Socrates’ sympathy for and curiosity about sectarian groupings of his time, especially the Novatians, is one of the most distinctive aspects of his work. It cannot be excluded that Socrates was a Novatian, and he was certainly associated with Novatian clerics (his purported source of information is an elderly Novatian presbyter called Auxanon) through the circle of his master, the sophist Troilos or Side. Socrates is quite clear in his view of the Novatians as a rigorist schismatic community which was nonetheless orthodox in its beliefs and produced several holy men and miracles. They reportedly were in full agreement with the doctrines of the Council of Nicaea, but refused to restore communion with the Catholics, because of their old disagreements stemming from the Decian persecution. In Socrates' account of the 4th century dogmatic disputes, the Novatians are treated as the second Homoousian community of the era of Arian persecutions, almost of equal status as the Catholics. In this context, Socrates recounts the case of a martyred cleric who died during the violent events of the first episcopate of Macedonius of Constantinople. From Socrates' accounts, it appears that the Novatians of Constantinople and Anatolia practised the cult of the saints without substantive differences from the Catholics.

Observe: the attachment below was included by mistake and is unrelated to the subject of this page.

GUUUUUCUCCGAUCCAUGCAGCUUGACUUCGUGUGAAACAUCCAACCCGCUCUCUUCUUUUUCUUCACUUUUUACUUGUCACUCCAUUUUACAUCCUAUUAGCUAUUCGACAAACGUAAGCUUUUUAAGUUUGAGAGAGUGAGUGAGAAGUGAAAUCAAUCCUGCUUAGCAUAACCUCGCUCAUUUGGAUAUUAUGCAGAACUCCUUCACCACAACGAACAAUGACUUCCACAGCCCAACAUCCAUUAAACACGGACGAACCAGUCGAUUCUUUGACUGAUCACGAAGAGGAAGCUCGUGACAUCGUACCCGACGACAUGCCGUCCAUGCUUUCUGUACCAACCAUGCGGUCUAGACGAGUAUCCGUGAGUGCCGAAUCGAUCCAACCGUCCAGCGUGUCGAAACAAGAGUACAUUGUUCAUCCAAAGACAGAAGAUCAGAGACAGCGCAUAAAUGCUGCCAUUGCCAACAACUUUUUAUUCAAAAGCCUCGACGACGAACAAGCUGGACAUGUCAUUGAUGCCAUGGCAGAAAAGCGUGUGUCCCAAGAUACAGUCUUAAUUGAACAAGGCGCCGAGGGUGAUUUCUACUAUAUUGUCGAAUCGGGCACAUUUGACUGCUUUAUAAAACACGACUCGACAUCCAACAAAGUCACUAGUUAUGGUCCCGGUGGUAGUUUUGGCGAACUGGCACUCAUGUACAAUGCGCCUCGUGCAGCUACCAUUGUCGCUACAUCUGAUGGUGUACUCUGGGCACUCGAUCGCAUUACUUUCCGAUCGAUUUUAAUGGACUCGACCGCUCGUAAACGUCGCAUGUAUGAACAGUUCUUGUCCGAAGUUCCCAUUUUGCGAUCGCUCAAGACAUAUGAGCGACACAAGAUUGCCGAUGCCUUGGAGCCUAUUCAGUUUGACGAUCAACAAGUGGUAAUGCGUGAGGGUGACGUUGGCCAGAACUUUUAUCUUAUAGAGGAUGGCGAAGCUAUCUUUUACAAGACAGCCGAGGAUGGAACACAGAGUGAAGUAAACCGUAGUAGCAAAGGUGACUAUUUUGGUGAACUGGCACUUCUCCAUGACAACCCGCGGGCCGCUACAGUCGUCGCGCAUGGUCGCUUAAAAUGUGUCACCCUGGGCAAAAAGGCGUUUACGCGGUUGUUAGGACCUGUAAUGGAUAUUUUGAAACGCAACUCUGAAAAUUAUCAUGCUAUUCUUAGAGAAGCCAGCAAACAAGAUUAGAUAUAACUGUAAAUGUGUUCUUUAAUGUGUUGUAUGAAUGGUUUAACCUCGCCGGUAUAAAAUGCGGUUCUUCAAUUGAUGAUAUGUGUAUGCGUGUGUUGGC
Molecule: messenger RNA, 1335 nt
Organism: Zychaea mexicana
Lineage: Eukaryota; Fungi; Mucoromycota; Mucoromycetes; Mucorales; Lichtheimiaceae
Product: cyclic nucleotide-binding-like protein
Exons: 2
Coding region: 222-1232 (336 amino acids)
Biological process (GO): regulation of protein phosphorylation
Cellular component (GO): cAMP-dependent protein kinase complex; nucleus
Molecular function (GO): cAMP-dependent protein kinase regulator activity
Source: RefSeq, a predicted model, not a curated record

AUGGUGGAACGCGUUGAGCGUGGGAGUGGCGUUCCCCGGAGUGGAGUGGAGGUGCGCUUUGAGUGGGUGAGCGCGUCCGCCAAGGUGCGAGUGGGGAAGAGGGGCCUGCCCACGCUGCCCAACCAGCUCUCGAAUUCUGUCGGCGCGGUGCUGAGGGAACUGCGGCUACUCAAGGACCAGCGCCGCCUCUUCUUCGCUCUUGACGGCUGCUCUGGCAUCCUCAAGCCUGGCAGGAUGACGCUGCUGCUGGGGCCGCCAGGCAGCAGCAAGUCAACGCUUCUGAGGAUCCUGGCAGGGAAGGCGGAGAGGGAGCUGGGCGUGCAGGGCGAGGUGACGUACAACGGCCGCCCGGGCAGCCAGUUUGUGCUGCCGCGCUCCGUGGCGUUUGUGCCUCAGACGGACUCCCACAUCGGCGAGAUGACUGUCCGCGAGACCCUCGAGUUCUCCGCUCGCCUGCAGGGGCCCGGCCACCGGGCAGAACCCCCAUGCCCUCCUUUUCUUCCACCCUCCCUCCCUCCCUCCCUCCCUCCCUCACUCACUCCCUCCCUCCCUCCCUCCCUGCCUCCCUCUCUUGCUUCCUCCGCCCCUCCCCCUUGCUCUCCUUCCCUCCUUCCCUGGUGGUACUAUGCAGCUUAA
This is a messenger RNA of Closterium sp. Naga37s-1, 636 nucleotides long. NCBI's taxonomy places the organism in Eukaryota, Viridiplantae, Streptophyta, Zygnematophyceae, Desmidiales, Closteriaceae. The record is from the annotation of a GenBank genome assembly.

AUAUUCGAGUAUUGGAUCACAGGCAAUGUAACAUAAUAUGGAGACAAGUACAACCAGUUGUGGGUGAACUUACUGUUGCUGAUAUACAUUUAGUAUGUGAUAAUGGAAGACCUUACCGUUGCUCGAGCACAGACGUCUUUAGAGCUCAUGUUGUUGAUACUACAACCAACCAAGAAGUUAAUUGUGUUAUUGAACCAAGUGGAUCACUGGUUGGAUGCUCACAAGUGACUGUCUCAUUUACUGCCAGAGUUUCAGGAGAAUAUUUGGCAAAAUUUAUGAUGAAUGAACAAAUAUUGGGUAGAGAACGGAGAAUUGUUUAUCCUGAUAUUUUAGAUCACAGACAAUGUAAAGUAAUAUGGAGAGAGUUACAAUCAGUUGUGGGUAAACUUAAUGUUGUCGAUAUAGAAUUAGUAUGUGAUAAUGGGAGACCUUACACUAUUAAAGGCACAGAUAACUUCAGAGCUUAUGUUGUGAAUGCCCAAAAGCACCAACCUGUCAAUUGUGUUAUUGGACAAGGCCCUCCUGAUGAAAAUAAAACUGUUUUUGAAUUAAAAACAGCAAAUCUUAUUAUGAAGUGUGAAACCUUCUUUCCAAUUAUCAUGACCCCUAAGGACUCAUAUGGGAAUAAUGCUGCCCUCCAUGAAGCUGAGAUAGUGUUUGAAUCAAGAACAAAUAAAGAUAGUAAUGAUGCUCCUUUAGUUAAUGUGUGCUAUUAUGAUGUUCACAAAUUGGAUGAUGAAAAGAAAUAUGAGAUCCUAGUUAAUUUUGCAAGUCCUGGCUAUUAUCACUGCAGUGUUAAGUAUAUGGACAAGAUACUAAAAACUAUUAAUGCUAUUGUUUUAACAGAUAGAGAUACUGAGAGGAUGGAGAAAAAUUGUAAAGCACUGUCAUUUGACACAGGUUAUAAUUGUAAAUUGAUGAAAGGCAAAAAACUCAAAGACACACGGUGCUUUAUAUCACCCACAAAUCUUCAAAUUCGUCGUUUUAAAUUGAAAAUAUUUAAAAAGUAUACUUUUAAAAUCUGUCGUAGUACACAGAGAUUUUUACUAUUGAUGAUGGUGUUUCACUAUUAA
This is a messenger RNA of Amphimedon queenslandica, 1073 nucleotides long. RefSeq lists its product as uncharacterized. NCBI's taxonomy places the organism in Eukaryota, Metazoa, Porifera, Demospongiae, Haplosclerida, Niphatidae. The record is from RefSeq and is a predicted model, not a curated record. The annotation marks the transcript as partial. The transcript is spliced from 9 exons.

Text: Hansen, G.C., Sokrates, Kirchengeschichte (Die griechischen christlichen Schriftsteller der ersten Jahrhunderte NF 1; Berlin: Akademie Verlag, 1995). Translations: Zenos, A.C., "The Ecclesiastical History of Socrates Scholasticus," in: The Nicene and Post-Nicene Fathers, Second Series, vol. 2 (New York: Christian Literature Company, 1890), 1-178. Périchon, P., and Maraval, P., Socrate de Constantinople, Histoire ecclésiastique (Sources Chrétiennes 477, 493, 505, 506; Paris: Cerf), 2004-2007. Further reading: Bäbler, B., and Nesselrath, H.-G. (eds.). Die Welt des Sokrates von Konstantinopel: Studien zu Politik, Religion und Kultur im späten 4. und frühen 5. Jh. n. Chr. Zu Ehren von Christoph Schäublin (Munich: K.G. Saur, 2001). Chesnut, G.F., The First Christian Histories: Eusebius, Socrates, Sozomen, Theodoret, and Evagrius (Atlanta: Mercer University, 1986). Leppin, H., Von Constantin dem Grossen zu Theodosius II. Das christliche Kaisertum bei den Kirchenhistorikern Socrates, Sozomenus und Theodoret (Hypomnemata 110; Göttingen: Vandenhoeck & Ruprecht), 1996. Nuffelen, P. van, Un héritage de paix et de piété: Étude sur les histoires ecclésiastiques de Socrate et de Sozomène (Orientalia Lovaniensia Analecta 142; Leuven: Peeters), 2004. Treadgold, W.T., The Early Byzantine Historians (Basingstoke: Palgrave Macmillan, 2006). Urbainczyk, T., Socrates of Constantinople: Historian of Church and State (Ann Arbor: University of Michigan Press, 1997). Wallraff, M., Der Kirchenhistoriker Sokrates: Untersuchungen zu Geschichtsdarstellung, Methode und Person (Forschungen zur Kirchen- und Dogmengeschichte 68; Göttingen: Vandenhoeck & Ruprecht, 1997).

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    Evidence -  The Cult of Saints in Late Antiquity